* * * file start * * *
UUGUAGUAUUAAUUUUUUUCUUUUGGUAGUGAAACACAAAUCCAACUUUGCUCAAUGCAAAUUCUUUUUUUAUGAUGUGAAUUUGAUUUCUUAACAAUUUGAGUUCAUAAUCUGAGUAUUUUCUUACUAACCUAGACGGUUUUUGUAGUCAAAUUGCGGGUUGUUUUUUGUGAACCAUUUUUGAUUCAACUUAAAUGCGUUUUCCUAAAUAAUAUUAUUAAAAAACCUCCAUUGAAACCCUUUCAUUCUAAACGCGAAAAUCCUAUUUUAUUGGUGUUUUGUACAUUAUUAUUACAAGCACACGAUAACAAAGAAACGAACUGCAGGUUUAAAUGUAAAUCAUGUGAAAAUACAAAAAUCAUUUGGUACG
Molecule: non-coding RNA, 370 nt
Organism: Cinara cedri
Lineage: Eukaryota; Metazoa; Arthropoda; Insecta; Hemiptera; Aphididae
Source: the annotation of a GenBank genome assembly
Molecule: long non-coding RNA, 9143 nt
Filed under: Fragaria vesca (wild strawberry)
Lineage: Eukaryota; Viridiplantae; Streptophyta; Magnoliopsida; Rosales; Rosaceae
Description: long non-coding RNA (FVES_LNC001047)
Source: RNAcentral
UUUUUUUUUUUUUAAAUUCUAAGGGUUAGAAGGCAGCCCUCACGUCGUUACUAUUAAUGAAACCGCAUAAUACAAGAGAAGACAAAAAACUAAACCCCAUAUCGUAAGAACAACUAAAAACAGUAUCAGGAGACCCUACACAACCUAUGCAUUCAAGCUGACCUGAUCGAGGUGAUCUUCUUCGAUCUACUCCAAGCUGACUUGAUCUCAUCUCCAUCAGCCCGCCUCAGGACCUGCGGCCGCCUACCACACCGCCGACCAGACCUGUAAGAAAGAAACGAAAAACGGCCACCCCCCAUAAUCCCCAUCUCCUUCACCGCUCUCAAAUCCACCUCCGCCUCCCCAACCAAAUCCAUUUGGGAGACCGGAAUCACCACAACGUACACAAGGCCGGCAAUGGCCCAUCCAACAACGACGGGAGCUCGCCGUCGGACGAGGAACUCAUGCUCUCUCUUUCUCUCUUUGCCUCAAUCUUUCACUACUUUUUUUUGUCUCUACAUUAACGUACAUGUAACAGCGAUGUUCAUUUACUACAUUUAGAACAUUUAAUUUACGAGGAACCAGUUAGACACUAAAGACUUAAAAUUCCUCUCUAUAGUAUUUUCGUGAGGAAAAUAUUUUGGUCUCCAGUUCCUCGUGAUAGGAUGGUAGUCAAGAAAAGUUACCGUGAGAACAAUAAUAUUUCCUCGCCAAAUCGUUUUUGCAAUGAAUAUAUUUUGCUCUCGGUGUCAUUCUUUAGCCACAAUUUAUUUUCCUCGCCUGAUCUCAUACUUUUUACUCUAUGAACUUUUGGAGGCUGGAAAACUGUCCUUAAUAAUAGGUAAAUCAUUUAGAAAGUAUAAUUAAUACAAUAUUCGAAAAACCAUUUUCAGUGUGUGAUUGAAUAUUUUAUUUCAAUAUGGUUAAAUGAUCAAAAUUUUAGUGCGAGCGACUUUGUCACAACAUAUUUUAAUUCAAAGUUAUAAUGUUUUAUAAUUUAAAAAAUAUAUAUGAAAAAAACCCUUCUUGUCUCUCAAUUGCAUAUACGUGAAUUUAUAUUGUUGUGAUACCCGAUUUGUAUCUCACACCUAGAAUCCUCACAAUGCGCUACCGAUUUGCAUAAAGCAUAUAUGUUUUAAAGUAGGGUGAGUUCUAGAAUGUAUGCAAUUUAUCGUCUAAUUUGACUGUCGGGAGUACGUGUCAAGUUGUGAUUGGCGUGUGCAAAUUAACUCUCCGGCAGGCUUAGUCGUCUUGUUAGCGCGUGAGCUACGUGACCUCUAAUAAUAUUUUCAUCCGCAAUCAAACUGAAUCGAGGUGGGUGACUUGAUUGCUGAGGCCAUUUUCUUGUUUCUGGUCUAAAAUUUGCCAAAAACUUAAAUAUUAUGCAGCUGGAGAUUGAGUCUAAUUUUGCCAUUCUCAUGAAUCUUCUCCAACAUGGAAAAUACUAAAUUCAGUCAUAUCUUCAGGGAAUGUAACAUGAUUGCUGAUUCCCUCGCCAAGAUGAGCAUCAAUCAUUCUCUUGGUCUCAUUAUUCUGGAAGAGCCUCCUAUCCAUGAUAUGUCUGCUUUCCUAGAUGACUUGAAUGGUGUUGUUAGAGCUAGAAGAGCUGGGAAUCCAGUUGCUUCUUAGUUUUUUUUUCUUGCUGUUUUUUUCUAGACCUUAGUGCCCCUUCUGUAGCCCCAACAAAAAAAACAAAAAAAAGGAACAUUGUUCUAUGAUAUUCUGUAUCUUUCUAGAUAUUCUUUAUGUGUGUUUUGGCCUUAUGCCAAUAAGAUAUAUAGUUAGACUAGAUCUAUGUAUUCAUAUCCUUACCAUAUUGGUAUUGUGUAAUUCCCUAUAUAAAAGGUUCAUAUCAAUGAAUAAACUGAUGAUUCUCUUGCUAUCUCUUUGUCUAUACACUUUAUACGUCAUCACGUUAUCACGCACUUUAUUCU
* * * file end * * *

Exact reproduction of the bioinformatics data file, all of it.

UUGUAGUAUUAAUUUUUUUCUUUUGGUAGUGAAACACAAAUCCAACUUUGCUCAAUGCAAAUUCUUUUUUUAUGAUGUGAAUUUGAUUUCUUAACAAUUUGAGUUCAUAAUCUGAGUAUUUUCUUACUAACCUAGACGGUUUUUGUAGUCAAAUUGCGGGUUGUUUUUUGUGAACCAUUUUUGAUUCAACUUAAAUGCGUUUUCCUAAAUAAUAUUAUUAAAAAACCUCCAUUGAAACCCUUUCAUUCUAAACGCGAAAAUCCUAUUUUAUUGGUGUUUUGUACAUUAUUAUUACAAGCACACGAUAACAAAGAAACGAACUGCAGGUUUAAAUGUAAAUCAUGUGAAAAUACAAAAAUCAUUUGGUACG
Molecule: non-coding RNA, 370 nt
Organism: Cinara cedri
Lineage: Eukaryota; Metazoa; Arthropoda; Insecta; Hemiptera; Aphididae
Source: the annotation of a GenBank genome assembly
Molecule: long non-coding RNA, 9143 nt
Filed under: Fragaria vesca (wild strawberry)
Lineage: Eukaryota; Viridiplantae; Streptophyta; Magnoliopsida; Rosales; Rosaceae
Description: long non-coding RNA (FVES_LNC001047)
Source: RNAcentral
UUUUUUUUUUUUUAAAUUCUAAGGGUUAGAAGGCAGCCCUCACGUCGUUACUAUUAAUGAAACCGCAUAAUACAAGAGAAGACAAAAAACUAAACCCCAUAUCGUAAGAACAACUAAAAACAGUAUCAGGAGACCCUACACAACCUAUGCAUUCAAGCUGACCUGAUCGAGGUGAUCUUCUUCGAUCUACUCCAAGCUGACUUGAUCUCAUCUCCAUCAGCCCGCCUCAGGACCUGCGGCCGCCUACCACACCGCCGACCAGACCUGUAAGAAAGAAACGAAAAACGGCCACCCCCCAUAAUCCCCAUCUCCUUCACCGCUCUCAAAUCCACCUCCGCCUCCCCAACCAAAUCCAUUUGGGAGACCGGAAUCACCACAACGUACACAAGGCCGGCAAUGGCCCAUCCAACAACGACGGGAGCUCGCCGUCGGACGAGGAACUCAUGCUCUCUCUUUCUCUCUUUGCCUCAAUCUUUCACUACUUUUUUUUGUCUCUACAUUAACGUACAUGUAACAGCGAUGUUCAUUUACUACAUUUAGAACAUUUAAUUUACGAGGAACCAGUUAGACACUAAAGACUUAAAAUUCCUCUCUAUAGUAUUUUCGUGAGGAAAAUAUUUUGGUCUCCAGUUCCUCGUGAUAGGAUGGUAGUCAAGAAAAGUUACCGUGAGAACAAUAAUAUUUCCUCGCCAAAUCGUUUUUGCAAUGAAUAUAUUUUGCUCUCGGUGUCAUUCUUUAGCCACAAUUUAUUUUCCUCGCCUGAUCUCAUACUUUUUACUCUAUGAACUUUUGGAGGCUGGAAAACUGUCCUUAAUAAUAGGUAAAUCAUUUAGAAAGUAUAAUUAAUACAAUAUUCGAAAAACCAUUUUCAGUGUGUGAUUGAAUAUUUUAUUUCAAUAUGGUUAAAUGAUCAAAAUUUUAGUGCGAGCGACUUUGUCACAACAUAUUUUAAUUCAAAGUUAUAAUGUUUUAUAAUUUAAAAAAUAUAUAUGAAAAAAACCCUUCUUGUCUCUCAAUUGCAUAUACGUGAAUUUAUAUUGUUGUGAUACCCGAUUUGUAUCUCACACCUAGAAUCCUCACAAUGCGCUACCGAUUUGCAUAAAGCAUAUAUGUUUUAAAGUAGGGUGAGUUCUAGAAUGUAUGCAAUUUAUCGUCUAAUUUGACUGUCGGGAGUACGUGUCAAGUUGUGAUUGGCGUGUGCAAAUUAACUCUCCGGCAGGCUUAGUCGUCUUGUUAGCGCGUGAGCUACGUGACCUCUAAUAAUAUUUUCAUCCGCAAUCAAACUGAAUCGAGGUGGGUGACUUGAUUGCUGAGGCCAUUUUCUUGUUUCUGGUCUAAAAUUUGCCAAAAACUUAAAUAUUAUGCAGCUGGAGAUUGAGUCUAAUUUUGCCAUUCUCAUGAAUCUUCUCCAACAUGGAAAAUACUAAAUUCAGUCAUAUCUUCAGGGAAUGUAACAUGAUUGCUGAUUCCCUCGCCAAGAUGAGCAUCAAUCAUUCUCUUGGUCUCAUUAUUCUGGAAGAGCCUCCUAUCCAUGAUAUGUCUGCUUUCCUAGAUGACUUGAAUGGUGUUGUUAGAGCUAGAAGAGCUGGGAAUCCAGUUGCUUCUUAGUUUUUUUUUCUUGCUGUUUUUUUCUAGACCUUAGUGCCCCUUCUGUAGCCCCAACAAAAAAAACAAAAAAAAGGAACAUUGUUCUAUGAUAUUCUGUAUCUUUCUAGAUAUUCUUUAUGUGUGUUUUGGCCUUAUGCCAAUAAGAUAUAUAGUUAGACUAGAUCUAUGUAUUCAUAUCCUUACCAUAUUGGUAUUGUGUAAUUCCCUAUAUAAAAGGUUCAUAUCAAUGAAUAAACUGAUGAUUCUCUUGCUAUCUCUUUGUCUAUACACUUUAUACGUCAUCACGUUAUCACGCACUUUAUUCU